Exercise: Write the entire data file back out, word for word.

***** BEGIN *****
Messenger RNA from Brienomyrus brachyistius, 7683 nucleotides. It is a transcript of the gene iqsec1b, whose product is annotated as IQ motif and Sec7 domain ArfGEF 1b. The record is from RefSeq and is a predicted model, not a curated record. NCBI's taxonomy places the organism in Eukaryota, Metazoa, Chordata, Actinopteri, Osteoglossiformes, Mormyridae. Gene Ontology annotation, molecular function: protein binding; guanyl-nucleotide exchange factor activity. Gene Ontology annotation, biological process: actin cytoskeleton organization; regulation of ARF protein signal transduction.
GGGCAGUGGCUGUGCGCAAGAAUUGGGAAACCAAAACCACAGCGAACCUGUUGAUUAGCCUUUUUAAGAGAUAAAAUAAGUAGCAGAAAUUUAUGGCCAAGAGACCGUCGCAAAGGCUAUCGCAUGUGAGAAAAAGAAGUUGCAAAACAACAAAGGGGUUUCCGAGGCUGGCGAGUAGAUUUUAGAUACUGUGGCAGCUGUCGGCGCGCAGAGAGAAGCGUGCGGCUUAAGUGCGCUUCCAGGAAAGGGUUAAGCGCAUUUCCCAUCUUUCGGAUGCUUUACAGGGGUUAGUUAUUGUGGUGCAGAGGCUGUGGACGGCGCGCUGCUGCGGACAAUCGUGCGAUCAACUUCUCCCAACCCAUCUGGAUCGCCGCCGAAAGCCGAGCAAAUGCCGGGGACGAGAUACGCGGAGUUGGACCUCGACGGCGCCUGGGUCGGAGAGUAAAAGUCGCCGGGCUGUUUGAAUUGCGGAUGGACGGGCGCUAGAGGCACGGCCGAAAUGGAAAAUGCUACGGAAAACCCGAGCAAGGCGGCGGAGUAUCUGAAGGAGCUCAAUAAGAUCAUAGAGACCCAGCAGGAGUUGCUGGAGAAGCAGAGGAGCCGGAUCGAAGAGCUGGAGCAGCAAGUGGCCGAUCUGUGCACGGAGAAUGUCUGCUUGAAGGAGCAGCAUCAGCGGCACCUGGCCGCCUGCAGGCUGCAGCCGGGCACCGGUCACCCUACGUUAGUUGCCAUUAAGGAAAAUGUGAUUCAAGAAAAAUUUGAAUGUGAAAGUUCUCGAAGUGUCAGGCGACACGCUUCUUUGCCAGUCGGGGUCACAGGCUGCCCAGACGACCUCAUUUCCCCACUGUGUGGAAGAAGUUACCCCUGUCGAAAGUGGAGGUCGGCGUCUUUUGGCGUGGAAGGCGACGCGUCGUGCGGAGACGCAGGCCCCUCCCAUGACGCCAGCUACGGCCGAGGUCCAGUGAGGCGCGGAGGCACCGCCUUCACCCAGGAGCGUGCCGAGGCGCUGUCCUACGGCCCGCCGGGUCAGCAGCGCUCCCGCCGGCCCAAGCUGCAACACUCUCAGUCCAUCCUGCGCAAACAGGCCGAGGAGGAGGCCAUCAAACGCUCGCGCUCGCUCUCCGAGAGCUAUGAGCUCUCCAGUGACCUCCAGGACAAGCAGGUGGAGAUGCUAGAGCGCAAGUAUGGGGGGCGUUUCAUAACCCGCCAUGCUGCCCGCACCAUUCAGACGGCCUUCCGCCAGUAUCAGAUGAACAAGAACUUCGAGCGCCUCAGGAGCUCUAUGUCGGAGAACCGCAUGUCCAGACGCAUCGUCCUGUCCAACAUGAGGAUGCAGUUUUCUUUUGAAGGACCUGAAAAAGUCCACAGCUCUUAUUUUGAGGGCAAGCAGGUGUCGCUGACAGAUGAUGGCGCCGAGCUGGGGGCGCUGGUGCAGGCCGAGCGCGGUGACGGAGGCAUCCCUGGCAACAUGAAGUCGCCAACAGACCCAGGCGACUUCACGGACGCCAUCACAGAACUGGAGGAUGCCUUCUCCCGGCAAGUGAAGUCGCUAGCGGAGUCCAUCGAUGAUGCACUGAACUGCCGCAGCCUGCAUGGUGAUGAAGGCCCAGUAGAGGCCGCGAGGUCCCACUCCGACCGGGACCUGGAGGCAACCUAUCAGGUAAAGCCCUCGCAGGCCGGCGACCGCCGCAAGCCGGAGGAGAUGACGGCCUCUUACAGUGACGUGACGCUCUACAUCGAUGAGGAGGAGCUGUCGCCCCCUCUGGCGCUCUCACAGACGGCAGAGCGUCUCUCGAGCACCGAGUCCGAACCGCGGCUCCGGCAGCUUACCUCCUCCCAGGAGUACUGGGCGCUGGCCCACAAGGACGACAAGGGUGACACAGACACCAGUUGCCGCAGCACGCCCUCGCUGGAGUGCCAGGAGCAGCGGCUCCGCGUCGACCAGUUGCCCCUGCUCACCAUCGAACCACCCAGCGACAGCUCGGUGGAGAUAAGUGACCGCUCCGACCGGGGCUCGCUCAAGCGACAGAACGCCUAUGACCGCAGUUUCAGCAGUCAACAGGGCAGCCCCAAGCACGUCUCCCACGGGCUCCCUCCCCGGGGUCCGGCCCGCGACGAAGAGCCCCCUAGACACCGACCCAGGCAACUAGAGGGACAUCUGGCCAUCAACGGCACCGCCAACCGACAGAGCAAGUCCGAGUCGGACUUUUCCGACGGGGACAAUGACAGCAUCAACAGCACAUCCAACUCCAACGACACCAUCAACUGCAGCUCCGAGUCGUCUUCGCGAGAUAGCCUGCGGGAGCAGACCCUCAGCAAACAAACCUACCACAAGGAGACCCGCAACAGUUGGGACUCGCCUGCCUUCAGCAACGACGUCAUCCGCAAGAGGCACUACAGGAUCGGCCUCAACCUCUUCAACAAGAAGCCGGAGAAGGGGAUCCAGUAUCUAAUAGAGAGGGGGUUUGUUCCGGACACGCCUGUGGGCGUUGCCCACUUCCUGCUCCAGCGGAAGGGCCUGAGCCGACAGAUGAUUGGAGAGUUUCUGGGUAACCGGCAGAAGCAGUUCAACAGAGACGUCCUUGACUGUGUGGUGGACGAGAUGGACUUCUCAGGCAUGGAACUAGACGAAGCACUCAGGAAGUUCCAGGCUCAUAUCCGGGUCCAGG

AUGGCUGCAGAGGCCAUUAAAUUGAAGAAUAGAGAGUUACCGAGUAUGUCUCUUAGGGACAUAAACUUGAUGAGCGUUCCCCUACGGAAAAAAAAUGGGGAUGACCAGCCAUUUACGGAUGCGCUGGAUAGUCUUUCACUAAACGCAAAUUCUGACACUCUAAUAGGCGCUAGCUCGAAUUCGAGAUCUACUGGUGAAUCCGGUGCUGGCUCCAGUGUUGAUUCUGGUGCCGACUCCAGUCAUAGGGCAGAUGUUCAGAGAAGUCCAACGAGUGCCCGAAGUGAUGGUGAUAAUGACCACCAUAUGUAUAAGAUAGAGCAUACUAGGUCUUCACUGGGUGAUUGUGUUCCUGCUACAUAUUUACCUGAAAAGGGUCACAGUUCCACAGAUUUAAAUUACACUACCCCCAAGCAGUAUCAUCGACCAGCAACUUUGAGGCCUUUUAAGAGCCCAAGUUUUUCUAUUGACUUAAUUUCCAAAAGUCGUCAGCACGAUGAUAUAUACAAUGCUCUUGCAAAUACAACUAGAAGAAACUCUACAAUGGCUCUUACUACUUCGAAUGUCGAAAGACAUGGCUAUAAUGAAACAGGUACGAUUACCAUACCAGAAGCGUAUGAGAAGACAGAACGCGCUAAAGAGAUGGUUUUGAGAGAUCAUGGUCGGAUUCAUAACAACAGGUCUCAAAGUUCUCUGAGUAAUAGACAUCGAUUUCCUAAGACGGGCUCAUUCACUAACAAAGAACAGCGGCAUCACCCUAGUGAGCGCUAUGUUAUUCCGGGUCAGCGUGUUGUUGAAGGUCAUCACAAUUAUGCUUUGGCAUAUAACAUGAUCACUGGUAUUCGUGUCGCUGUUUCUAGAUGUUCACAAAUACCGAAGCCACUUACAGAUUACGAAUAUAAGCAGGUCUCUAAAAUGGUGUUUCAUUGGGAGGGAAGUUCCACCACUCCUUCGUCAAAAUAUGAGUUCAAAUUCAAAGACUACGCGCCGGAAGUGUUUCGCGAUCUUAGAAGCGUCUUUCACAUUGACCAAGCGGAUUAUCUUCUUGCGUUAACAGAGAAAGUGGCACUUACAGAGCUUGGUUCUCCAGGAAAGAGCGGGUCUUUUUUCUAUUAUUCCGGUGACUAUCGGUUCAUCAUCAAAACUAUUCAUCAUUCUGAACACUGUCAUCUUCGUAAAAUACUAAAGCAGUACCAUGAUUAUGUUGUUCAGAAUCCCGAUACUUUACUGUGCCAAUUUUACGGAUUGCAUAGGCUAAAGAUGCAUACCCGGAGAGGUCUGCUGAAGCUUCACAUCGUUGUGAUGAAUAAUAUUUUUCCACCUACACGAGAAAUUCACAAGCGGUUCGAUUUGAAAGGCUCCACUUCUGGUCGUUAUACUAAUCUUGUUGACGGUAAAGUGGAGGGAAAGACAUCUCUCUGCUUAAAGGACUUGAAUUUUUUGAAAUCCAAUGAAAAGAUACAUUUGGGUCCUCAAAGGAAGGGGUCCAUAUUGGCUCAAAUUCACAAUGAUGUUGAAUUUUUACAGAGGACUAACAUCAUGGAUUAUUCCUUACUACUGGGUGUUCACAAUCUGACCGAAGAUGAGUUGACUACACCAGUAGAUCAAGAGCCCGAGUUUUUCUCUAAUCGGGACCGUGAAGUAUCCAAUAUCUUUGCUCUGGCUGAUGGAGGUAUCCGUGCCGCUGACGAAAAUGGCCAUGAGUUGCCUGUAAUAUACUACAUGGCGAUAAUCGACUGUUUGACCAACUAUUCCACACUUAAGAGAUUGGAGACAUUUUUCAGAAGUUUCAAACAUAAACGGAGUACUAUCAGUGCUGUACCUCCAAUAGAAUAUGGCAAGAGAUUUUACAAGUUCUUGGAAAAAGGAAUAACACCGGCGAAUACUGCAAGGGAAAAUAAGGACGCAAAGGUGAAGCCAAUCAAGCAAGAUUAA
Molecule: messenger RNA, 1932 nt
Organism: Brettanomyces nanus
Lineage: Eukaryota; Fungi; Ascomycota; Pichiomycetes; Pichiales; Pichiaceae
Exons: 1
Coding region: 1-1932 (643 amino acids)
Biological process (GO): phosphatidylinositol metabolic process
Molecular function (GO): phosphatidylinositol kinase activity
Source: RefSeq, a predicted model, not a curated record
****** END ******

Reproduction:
Messenger RNA from Brienomyrus brachyistius, 7683 nucleotides. It is a transcript of the gene iqsec1b, whose product is annotated as IQ motif and Sec7 domain ArfGEF 1b. The record is from RefSeq and is a predicted model, not a curated record. NCBI's taxonomy places the organism in Eukaryota, Metazoa, Chordata, Actinopteri, Osteoglossiformes, Mormyridae. Gene Ontology annotation, molecular function: protein binding; guanyl-nucleotide exchange factor activity. Gene Ontology annotation, biological process: actin cytoskeleton organization; regulation of ARF protein signal transduction.
GGGCAGUGGCUGUGCGCAAGAAUUGGGAAACCAAAACCACAGCGAACCUGUUGAUUAGCCUUUUUAAGAGAUAAAAUAAGUAGCAGAAAUUUAUGGCCAAGAGACCGUCGCAAAGGCUAUCGCAUGUGAGAAAAAGAAGUUGCAAAACAACAAAGGGGUUUCCGAGGCUGGCGAGUAGAUUUUAGAUACUGUGGCAGCUGUCGGCGCGCAGAGAGAAGCGUGCGGCUUAAGUGCGCUUCCAGGAAAGGGUUAAGCGCAUUUCCCAUCUUUCGGAUGCUUUACAGGGGUUAGUUAUUGUGGUGCAGAGGCUGUGGACGGCGCGCUGCUGCGGACAAUCGUGCGAUCAACUUCUCCCAACCCAUCUGGAUCGCCGCCGAAAGCCGAGCAAAUGCCGGGGACGAGAUACGCGGAGUUGGACCUCGACGGCGCCUGGGUCGGAGAGUAAAAGUCGCCGGGCUGUUUGAAUUGCGGAUGGACGGGCGCUAGAGGCACGGCCGAAAUGGAAAAUGCUACGGAAAACCCGAGCAAGGCGGCGGAGUAUCUGAAGGAGCUCAAUAAGAUCAUAGAGACCCAGCAGGAGUUGCUGGAGAAGCAGAGGAGCCGGAUCGAAGAGCUGGAGCAGCAAGUGGCCGAUCUGUGCACGGAGAAUGUCUGCUUGAAGGAGCAGCAUCAGCGGCACCUGGCCGCCUGCAGGCUGCAGCCGGGCACCGGUCACCCUACGUUAGUUGCCAUUAAGGAAAAUGUGAUUCAAGAAAAAUUUGAAUGUGAAAGUUCUCGAAGUGUCAGGCGACACGCUUCUUUGCCAGUCGGGGUCACAGGCUGCCCAGACGACCUCAUUUCCCCACUGUGUGGAAGAAGUUACCCCUGUCGAAAGUGGAGGUCGGCGUCUUUUGGCGUGGAAGGCGACGCGUCGUGCGGAGACGCAGGCCCCUCCCAUGACGCCAGCUACGGCCGAGGUCCAGUGAGGCGCGGAGGCACCGCCUUCACCCAGGAGCGUGCCGAGGCGCUGUCCUACGGCCCGCCGGGUCAGCAGCGCUCCCGCCGGCCCAAGCUGCAACACUCUCAGUCCAUCCUGCGCAAACAGGCCGAGGAGGAGGCCAUCAAACGCUCGCGCUCGCUCUCCGAGAGCUAUGAGCUCUCCAGUGACCUCCAGGACAAGCAGGUGGAGAUGCUAGAGCGCAAGUAUGGGGGGCGUUUCAUAACCCGCCAUGCUGCCCGCACCAUUCAGACGGCCUUCCGCCAGUAUCAGAUGAACAAGAACUUCGAGCGCCUCAGGAGCUCUAUGUCGGAGAACCGCAUGUCCAGACGCAUCGUCCUGUCCAACAUGAGGAUGCAGUUUUCUUUUGAAGGACCUGAAAAAGUCCACAGCUCUUAUUUUGAGGGCAAGCAGGUGUCGCUGACAGAUGAUGGCGCCGAGCUGGGGGCGCUGGUGCAGGCCGAGCGCGGUGACGGAGGCAUCCCUGGCAACAUGAAGUCGCCAACAGACCCAGGCGACUUCACGGACGCCAUCACAGAACUGGAGGAUGCCUUCUCCCGGCAAGUGAAGUCGCUAGCGGAGUCCAUCGAUGAUGCACUGAACUGCCGCAGCCUGCAUGGUGAUGAAGGCCCAGUAGAGGCCGCGAGGUCCCACUCCGACCGGGACCUGGAGGCAACCUAUCAGGUAAAGCCCUCGCAGGCCGGCGACCGCCGCAAGCCGGAGGAGAUGACGGCCUCUUACAGUGACGUGACGCUCUACAUCGAUGAGGAGGAGCUGUCGCCCCCUCUGGCGCUCUCACAGACGGCAGAGCGUCUCUCGAGCACCGAGUCCGAACCGCGGCUCCGGCAGCUUACCUCCUCCCAGGAGUACUGGGCGCUGGCCCACAAGGACGACAAGGGUGACACAGACACCAGUUGCCGCAGCACGCCCUCGCUGGAGUGCCAGGAGCAGCGGCUCCGCGUCGACCAGUUGCCCCUGCUCACCAUCGAACCACCCAGCGACAGCUCGGUGGAGAUAAGUGACCGCUCCGACCGGGGCUCGCUCAAGCGACAGAACGCCUAUGACCGCAGUUUCAGCAGUCAACAGGGCAGCCCCAAGCACGUCUCCCACGGGCUCCCUCCCCGGGGUCCGGCCCGCGACGAAGAGCCCCCUAGACACCGACCCAGGCAACUAGAGGGACAUCUGGCCAUCAACGGCACCGCCAACCGACAGAGCAAGUCCGAGUCGGACUUUUCCGACGGGGACAAUGACAGCAUCAACAGCACAUCCAACUCCAACGACACCAUCAACUGCAGCUCCGAGUCGUCUUCGCGAGAUAGCCUGCGGGAGCAGACCCUCAGCAAACAAACCUACCACAAGGAGACCCGCAACAGUUGGGACUCGCCUGCCUUCAGCAACGACGUCAUCCGCAAGAGGCACUACAGGAUCGGCCUCAACCUCUUCAACAAGAAGCCGGAGAAGGGGAUCCAGUAUCUAAUAGAGAGGGGGUUUGUUCCGGACACGCCUGUGGGCGUUGCCCACUUCCUGCUCCAGCGGAAGGGCCUGAGCCGACAGAUGAUUGGAGAGUUUCUGGGUAACCGGCAGAAGCAGUUCAACAGAGACGUCCUUGACUGUGUGGUGGACGAGAUGGACUUCUCAGGCAUGGAACUAGACGAAGCACUCAGGAAGUUCCAGGCUCAUAUCCGGGUCCAGG

AUGGCUGCAGAGGCCAUUAAAUUGAAGAAUAGAGAGUUACCGAGUAUGUCUCUUAGGGACAUAAACUUGAUGAGCGUUCCCCUACGGAAAAAAAAUGGGGAUGACCAGCCAUUUACGGAUGCGCUGGAUAGUCUUUCACUAAACGCAAAUUCUGACACUCUAAUAGGCGCUAGCUCGAAUUCGAGAUCUACUGGUGAAUCCGGUGCUGGCUCCAGUGUUGAUUCUGGUGCCGACUCCAGUCAUAGGGCAGAUGUUCAGAGAAGUCCAACGAGUGCCCGAAGUGAUGGUGAUAAUGACCACCAUAUGUAUAAGAUAGAGCAUACUAGGUCUUCACUGGGUGAUUGUGUUCCUGCUACAUAUUUACCUGAAAAGGGUCACAGUUCCACAGAUUUAAAUUACACUACCCCCAAGCAGUAUCAUCGACCAGCAACUUUGAGGCCUUUUAAGAGCCCAAGUUUUUCUAUUGACUUAAUUUCCAAAAGUCGUCAGCACGAUGAUAUAUACAAUGCUCUUGCAAAUACAACUAGAAGAAACUCUACAAUGGCUCUUACUACUUCGAAUGUCGAAAGACAUGGCUAUAAUGAAACAGGUACGAUUACCAUACCAGAAGCGUAUGAGAAGACAGAACGCGCUAAAGAGAUGGUUUUGAGAGAUCAUGGUCGGAUUCAUAACAACAGGUCUCAAAGUUCUCUGAGUAAUAGACAUCGAUUUCCUAAGACGGGCUCAUUCACUAACAAAGAACAGCGGCAUCACCCUAGUGAGCGCUAUGUUAUUCCGGGUCAGCGUGUUGUUGAAGGUCAUCACAAUUAUGCUUUGGCAUAUAACAUGAUCACUGGUAUUCGUGUCGCUGUUUCUAGAUGUUCACAAAUACCGAAGCCACUUACAGAUUACGAAUAUAAGCAGGUCUCUAAAAUGGUGUUUCAUUGGGAGGGAAGUUCCACCACUCCUUCGUCAAAAUAUGAGUUCAAAUUCAAAGACUACGCGCCGGAAGUGUUUCGCGAUCUUAGAAGCGUCUUUCACAUUGACCAAGCGGAUUAUCUUCUUGCGUUAACAGAGAAAGUGGCACUUACAGAGCUUGGUUCUCCAGGAAAGAGCGGGUCUUUUUUCUAUUAUUCCGGUGACUAUCGGUUCAUCAUCAAAACUAUUCAUCAUUCUGAACACUGUCAUCUUCGUAAAAUACUAAAGCAGUACCAUGAUUAUGUUGUUCAGAAUCCCGAUACUUUACUGUGCCAAUUUUACGGAUUGCAUAGGCUAAAGAUGCAUACCCGGAGAGGUCUGCUGAAGCUUCACAUCGUUGUGAUGAAUAAUAUUUUUCCACCUACACGAGAAAUUCACAAGCGGUUCGAUUUGAAAGGCUCCACUUCUGGUCGUUAUACUAAUCUUGUUGACGGUAAAGUGGAGGGAAAGACAUCUCUCUGCUUAAAGGACUUGAAUUUUUUGAAAUCCAAUGAAAAGAUACAUUUGGGUCCUCAAAGGAAGGGGUCCAUAUUGGCUCAAAUUCACAAUGAUGUUGAAUUUUUACAGAGGACUAACAUCAUGGAUUAUUCCUUACUACUGGGUGUUCACAAUCUGACCGAAGAUGAGUUGACUACACCAGUAGAUCAAGAGCCCGAGUUUUUCUCUAAUCGGGACCGUGAAGUAUCCAAUAUCUUUGCUCUGGCUGAUGGAGGUAUCCGUGCCGCUGACGAAAAUGGCCAUGAGUUGCCUGUAAUAUACUACAUGGCGAUAAUCGACUGUUUGACCAACUAUUCCACACUUAAGAGAUUGGAGACAUUUUUCAGAAGUUUCAAACAUAAACGGAGUACUAUCAGUGCUGUACCUCCAAUAGAAUAUGGCAAGAGAUUUUACAAGUUCUUGGAAAAAGGAAUAACACCGGCGAAUACUGCAAGGGAAAAUAAGGACGCAAAGGUGAAGCCAAUCAAGCAAGAUUAA
Molecule: messenger RNA, 1932 nt
Organism: Brettanomyces nanus
Lineage: Eukaryota; Fungi; Ascomycota; Pichiomycetes; Pichiales; Pichiaceae
Exons: 1
Coding region: 1-1932 (643 amino acids)
Biological process (GO): phosphatidylinositol metabolic process
Molecular function (GO): phosphatidylinositol kinase activity
Source: RefSeq, a predicted model, not a curated record